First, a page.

Sanitary Circumstances

A century ago, at the start of World War I, Poole’s newly appointed Medical Officer of Health, Dr. A.T. Nankivell M.D. D.P.H. produced his first report under the grand title Report for the Year 1914 on the Health and Sanitary Circumstances of the Borough and Port of Poole. Its detailed paragraphs and tables make rather grim reading and give us a picture of a town very different from today.

In his team Dr. Nankivell had an Inspector of Nuisances, two Sanitary Inspectors, a School Nurse, the Matron of Alderney Hospital, a Disinfector, three clerks and a Laboratory Assistant. The duties of the department included inspection of drains, factories, shops and workhouses, emptying of cesspools and pail closets, notification of infectious diseases (humans) and contagious diseases (animals), advising on water supply, drainage, sewerage and waste disposal and monitoring the health of school children.

The population of the Borough at the time was 41,880 having increased by over 227% in the previous 30 years. Today, over 148,000 people live in Poole and the population is still increasing although at nothing like the same relative rate. Infant mortality which currently is around 4 in every 1000 births then stood at 77, half of which Dr. Nankivell believed were caused by pre-natal conditions where the child was ‘born tired or diseased’. Pneumonia, measles and diarrhoea were responsible for many deaths of newly-born babies and syphilis was thought to have caused 19 infant deaths and still births as well as 23 adult deaths.

Back of Perry Gardens

Back of Perry Gardens

Large areas of the Borough including Hamworthy, Sandbanks, and parts of Upper Parkstone, Branksome and Newtown were still without sewers and instead used cesspools and pail closets which had to be emptied by Council employees. Schemes were being drawn up to extend the sewerage system to these neglected districts.  In 1914, 163 cesspools were emptied on 1,435 occasions and 8,632 pails were also emptied. Soil carts and back yard privies were still very much a feature of the town.

Household waste was also removed by Council workmen and disposed of in ‘tips’ at Bourne Valley Pottery, Baiter and the Ladies’ Walking Field (to a modern way of thinking, very close to residential areas). The refuse was covered with road sweepings and soil to keep down flies and other pests. The report considered this to be a suitable solution, remarking (rather enigmatically) that ‘only one complaint was lodged, and that one apparently for sentimental reasons.’

The condition of housing in the town was considered to be reasonable and ‘no part of the District merits the application of the word “slum”.’ During the year, the Council had acquired property in the old town including 58 houses, 53 of which had been demolished. Today we would probably have a different view.

In the poorest properties, access to basic facilities such as a water supply was limited. Mrs. Nellie Bowering grew up in Scaplen’s Court at a time when it was occupied by several families, some families living in a single room. ‘To me it was old, draughty and ugly. . . . I can only remember one sink and that was out in the back garden. It was used by us and all the other tenants. If the weather was reasonable, all the washing had to be done out in the open, but if it was too bad, bowls of water had to be carried inside.’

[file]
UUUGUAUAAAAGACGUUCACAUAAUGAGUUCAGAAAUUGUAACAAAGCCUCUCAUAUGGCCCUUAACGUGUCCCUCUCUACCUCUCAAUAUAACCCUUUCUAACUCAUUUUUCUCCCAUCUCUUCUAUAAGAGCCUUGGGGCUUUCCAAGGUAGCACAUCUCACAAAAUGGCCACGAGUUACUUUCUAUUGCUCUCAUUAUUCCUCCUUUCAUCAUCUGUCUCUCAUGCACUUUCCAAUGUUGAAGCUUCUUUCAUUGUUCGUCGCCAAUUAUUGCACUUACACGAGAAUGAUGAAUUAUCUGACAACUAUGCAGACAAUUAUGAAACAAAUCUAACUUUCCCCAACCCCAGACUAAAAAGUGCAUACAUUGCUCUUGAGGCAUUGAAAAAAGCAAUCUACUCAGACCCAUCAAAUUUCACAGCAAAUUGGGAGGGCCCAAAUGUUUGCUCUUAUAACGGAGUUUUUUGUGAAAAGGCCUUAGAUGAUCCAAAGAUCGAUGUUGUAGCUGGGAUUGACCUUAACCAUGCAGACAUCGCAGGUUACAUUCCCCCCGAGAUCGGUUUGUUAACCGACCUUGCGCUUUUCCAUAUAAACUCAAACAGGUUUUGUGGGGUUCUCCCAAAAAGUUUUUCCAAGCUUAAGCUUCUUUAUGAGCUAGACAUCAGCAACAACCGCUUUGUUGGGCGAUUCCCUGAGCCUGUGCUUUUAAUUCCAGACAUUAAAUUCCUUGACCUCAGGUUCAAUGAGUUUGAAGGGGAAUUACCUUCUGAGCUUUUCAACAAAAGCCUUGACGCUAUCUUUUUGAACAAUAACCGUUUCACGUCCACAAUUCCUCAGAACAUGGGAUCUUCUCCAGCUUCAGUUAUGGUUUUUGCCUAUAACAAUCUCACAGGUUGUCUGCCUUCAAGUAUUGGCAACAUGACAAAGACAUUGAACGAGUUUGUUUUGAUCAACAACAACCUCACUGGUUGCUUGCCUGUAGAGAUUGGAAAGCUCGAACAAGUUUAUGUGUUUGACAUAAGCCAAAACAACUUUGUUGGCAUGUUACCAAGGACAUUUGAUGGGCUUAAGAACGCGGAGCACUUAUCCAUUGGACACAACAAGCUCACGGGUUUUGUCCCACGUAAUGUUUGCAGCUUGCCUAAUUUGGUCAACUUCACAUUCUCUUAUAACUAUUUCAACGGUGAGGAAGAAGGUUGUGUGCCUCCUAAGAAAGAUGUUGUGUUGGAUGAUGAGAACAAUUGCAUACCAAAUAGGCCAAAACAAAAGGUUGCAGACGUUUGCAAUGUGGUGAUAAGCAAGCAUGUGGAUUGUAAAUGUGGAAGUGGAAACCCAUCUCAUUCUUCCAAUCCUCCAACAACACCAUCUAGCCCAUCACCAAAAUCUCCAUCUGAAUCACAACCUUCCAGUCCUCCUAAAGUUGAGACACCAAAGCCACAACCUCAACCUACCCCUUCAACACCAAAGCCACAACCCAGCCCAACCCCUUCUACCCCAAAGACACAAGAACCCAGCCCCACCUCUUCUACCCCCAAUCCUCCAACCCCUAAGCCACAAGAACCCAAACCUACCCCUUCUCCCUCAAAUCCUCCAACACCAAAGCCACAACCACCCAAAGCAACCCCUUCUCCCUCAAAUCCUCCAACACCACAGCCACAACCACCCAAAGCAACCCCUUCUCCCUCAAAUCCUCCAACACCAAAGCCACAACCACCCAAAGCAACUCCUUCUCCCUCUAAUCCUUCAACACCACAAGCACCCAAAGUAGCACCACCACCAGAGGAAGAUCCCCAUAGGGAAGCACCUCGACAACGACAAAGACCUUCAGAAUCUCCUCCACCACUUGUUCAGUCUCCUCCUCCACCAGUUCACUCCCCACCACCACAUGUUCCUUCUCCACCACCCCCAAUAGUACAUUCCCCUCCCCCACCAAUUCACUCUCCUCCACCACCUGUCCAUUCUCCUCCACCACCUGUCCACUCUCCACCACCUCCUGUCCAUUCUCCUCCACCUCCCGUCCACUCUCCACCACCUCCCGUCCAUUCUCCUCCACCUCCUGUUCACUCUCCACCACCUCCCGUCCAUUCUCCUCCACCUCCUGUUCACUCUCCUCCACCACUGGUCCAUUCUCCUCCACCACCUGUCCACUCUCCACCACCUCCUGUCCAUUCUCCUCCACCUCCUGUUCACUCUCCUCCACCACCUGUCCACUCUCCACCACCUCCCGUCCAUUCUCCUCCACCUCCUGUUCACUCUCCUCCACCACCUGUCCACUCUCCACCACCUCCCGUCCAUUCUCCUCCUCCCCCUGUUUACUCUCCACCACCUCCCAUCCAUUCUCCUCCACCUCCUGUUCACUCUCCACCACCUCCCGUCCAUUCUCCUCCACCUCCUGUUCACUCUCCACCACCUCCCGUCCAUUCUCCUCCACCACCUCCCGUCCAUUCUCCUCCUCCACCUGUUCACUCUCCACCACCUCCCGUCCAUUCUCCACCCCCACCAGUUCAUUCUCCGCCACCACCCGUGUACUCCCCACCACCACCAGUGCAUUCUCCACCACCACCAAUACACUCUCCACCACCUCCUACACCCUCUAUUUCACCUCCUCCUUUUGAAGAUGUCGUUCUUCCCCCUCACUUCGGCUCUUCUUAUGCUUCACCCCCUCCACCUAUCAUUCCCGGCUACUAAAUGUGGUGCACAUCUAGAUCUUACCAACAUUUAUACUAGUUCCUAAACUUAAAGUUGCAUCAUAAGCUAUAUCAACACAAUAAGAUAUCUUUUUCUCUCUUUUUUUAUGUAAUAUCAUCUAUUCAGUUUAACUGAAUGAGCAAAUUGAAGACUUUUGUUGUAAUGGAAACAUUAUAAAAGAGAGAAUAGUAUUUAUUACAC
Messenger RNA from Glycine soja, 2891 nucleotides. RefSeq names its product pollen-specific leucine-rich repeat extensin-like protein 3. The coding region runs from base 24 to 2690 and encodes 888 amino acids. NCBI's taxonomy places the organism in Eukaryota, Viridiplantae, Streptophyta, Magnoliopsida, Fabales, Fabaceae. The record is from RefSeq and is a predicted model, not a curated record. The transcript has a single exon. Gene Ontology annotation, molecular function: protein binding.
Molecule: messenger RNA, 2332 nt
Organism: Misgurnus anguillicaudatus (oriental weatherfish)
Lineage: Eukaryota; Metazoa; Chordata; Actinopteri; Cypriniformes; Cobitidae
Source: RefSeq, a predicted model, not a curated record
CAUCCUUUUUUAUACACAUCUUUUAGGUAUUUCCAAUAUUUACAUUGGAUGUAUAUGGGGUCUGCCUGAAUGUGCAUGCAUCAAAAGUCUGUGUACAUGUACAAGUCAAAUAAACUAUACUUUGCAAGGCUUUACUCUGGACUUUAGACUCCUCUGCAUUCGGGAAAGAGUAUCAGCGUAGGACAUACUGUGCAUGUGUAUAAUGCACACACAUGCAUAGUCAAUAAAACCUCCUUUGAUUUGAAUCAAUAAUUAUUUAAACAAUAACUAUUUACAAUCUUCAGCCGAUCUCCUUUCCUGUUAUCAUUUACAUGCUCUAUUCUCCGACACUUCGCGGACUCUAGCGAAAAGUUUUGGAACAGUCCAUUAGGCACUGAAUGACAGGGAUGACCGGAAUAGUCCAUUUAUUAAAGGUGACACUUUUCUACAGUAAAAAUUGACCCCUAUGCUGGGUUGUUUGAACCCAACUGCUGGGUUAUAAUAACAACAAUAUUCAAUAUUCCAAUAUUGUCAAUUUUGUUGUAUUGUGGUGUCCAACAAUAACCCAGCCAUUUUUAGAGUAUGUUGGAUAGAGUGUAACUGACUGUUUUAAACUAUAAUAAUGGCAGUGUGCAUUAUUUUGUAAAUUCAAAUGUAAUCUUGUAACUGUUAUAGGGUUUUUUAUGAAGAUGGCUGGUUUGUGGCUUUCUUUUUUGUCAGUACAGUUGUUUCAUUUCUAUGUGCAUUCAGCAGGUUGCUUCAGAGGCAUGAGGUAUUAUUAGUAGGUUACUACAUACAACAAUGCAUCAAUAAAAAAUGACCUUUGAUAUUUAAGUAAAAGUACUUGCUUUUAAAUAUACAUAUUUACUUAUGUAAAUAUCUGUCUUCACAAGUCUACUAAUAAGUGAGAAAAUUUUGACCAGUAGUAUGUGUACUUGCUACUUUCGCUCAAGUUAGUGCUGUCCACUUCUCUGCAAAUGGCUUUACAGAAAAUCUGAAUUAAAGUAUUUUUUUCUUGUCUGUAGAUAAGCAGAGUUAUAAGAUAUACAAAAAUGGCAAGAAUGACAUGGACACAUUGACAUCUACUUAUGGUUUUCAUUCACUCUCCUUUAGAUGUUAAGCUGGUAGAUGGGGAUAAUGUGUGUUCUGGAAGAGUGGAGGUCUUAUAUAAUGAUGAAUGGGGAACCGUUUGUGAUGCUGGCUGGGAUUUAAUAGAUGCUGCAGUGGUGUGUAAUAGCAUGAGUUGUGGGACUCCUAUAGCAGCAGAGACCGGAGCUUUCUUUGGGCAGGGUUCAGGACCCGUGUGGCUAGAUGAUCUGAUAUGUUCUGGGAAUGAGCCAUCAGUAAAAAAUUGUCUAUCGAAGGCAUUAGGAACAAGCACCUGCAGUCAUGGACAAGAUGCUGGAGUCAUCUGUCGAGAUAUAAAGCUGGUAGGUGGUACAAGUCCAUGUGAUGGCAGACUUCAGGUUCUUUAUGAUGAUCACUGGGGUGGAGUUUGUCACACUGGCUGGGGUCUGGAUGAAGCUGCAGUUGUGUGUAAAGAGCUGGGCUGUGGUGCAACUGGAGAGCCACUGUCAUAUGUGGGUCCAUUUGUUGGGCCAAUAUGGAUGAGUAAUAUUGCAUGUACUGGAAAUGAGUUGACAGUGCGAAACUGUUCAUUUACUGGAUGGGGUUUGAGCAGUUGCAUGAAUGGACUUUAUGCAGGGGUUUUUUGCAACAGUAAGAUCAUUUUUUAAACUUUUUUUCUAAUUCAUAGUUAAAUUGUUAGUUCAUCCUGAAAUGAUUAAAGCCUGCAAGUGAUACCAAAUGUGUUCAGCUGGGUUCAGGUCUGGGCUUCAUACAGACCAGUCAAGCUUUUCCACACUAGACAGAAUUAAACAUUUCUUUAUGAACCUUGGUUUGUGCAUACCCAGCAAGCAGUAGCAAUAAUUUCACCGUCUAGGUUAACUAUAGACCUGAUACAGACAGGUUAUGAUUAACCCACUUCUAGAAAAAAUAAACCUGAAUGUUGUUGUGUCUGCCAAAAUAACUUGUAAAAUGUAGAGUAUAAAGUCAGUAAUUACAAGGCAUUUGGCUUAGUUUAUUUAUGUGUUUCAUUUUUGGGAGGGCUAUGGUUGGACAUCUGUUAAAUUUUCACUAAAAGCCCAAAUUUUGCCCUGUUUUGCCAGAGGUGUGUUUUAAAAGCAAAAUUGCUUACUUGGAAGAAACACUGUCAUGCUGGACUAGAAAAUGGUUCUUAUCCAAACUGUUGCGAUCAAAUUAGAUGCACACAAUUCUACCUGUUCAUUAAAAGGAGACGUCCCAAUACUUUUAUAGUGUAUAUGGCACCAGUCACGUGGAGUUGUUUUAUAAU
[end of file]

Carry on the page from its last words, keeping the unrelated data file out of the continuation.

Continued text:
Longfleet School

Longfleet School

The School Medical Service had the job of inspecting schools and in 1914 found some of the older ones to be ‘in many ways undesirable’. The School Nurse carried out a basic inspection of 13,000 school children with follow-up treatment for those with medical problems. A minority were undernourished, insufficiently clothed or ‘unclean’ and the report warned of insanitary home conditions, ‘moral and physical overcrowding, lack of fresh air and sunlight and insufficient sleep.’ (A special appendix gave advice to parents – see the end of this post). Children with the signs of tuberculosis were sent by the Poole Guild of Help for a ‘country holiday’ in cottages at Broadstone and Higher Lytchett.

Inquiries found that many children held paid jobs as well as attending school. A few were working 30 to 40 hours in addition to school hours, some for as little as 2 shillings [10p] per week. Some did housework or were errand boys, paper boys or lather boys (for barbers). Bob Russell, whose reminiscences are recorded in the Poole History Centre, worked as a lather boy for a barber in High Street, lathering the customers who came in for a shave. He worked before and after school, in the lunch hour and all day Saturday earning half a crown [121/2p] a for a 34 hour week. Other occupations listed in the report were working as a chocolate boy on the pleasure steamers, digging shingle at Old Harry Rocks and operating a machine at the Poole Electric Theatre!